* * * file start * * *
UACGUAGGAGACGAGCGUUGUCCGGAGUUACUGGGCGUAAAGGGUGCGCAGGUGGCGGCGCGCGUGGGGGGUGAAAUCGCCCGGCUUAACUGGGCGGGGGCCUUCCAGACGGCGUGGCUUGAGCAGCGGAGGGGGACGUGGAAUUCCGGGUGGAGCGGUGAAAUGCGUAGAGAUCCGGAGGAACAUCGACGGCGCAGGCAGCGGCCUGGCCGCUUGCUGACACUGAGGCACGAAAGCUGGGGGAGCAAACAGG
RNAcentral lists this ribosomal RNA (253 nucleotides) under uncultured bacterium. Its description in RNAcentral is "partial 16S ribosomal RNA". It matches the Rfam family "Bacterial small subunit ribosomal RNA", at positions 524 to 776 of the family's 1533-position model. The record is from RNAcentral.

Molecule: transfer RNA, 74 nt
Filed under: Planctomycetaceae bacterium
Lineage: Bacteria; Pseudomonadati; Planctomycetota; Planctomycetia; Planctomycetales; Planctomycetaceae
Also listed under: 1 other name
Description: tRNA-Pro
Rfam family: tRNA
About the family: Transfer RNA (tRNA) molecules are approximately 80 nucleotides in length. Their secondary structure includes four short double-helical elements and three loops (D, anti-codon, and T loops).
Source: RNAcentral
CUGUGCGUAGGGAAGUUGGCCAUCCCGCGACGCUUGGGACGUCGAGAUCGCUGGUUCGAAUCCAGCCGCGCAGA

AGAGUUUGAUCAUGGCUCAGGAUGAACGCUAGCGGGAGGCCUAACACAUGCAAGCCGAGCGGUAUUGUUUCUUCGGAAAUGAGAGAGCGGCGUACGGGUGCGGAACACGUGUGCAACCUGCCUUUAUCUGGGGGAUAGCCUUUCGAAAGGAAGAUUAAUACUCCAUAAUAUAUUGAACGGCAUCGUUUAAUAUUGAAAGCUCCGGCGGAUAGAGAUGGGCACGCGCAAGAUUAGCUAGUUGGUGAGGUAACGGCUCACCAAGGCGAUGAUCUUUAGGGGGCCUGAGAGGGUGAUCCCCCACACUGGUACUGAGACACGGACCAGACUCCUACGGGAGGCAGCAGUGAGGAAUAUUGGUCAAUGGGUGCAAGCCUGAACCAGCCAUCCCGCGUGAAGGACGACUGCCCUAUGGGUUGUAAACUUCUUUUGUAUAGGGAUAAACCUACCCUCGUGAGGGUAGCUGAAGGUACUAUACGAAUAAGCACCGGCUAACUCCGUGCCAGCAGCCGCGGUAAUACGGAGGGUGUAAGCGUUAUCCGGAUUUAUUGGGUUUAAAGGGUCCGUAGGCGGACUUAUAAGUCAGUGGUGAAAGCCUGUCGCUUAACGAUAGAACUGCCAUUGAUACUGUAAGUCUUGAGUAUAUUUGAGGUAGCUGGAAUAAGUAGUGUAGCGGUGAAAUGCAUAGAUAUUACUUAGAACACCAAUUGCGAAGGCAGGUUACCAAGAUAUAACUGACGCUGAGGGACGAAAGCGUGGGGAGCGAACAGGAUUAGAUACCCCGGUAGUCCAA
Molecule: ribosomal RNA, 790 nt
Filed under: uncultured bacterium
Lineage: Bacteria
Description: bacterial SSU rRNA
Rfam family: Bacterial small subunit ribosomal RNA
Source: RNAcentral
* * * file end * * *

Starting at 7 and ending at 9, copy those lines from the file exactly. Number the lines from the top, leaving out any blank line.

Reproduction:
Description: tRNA-Pro
Rfam family: tRNA
About the family: Transfer RNA (tRNA) molecules are approximately 80 nucleotides in length. Their secondary structure includes four short double-helical elements and three loops (D, anti-codon, and T loops).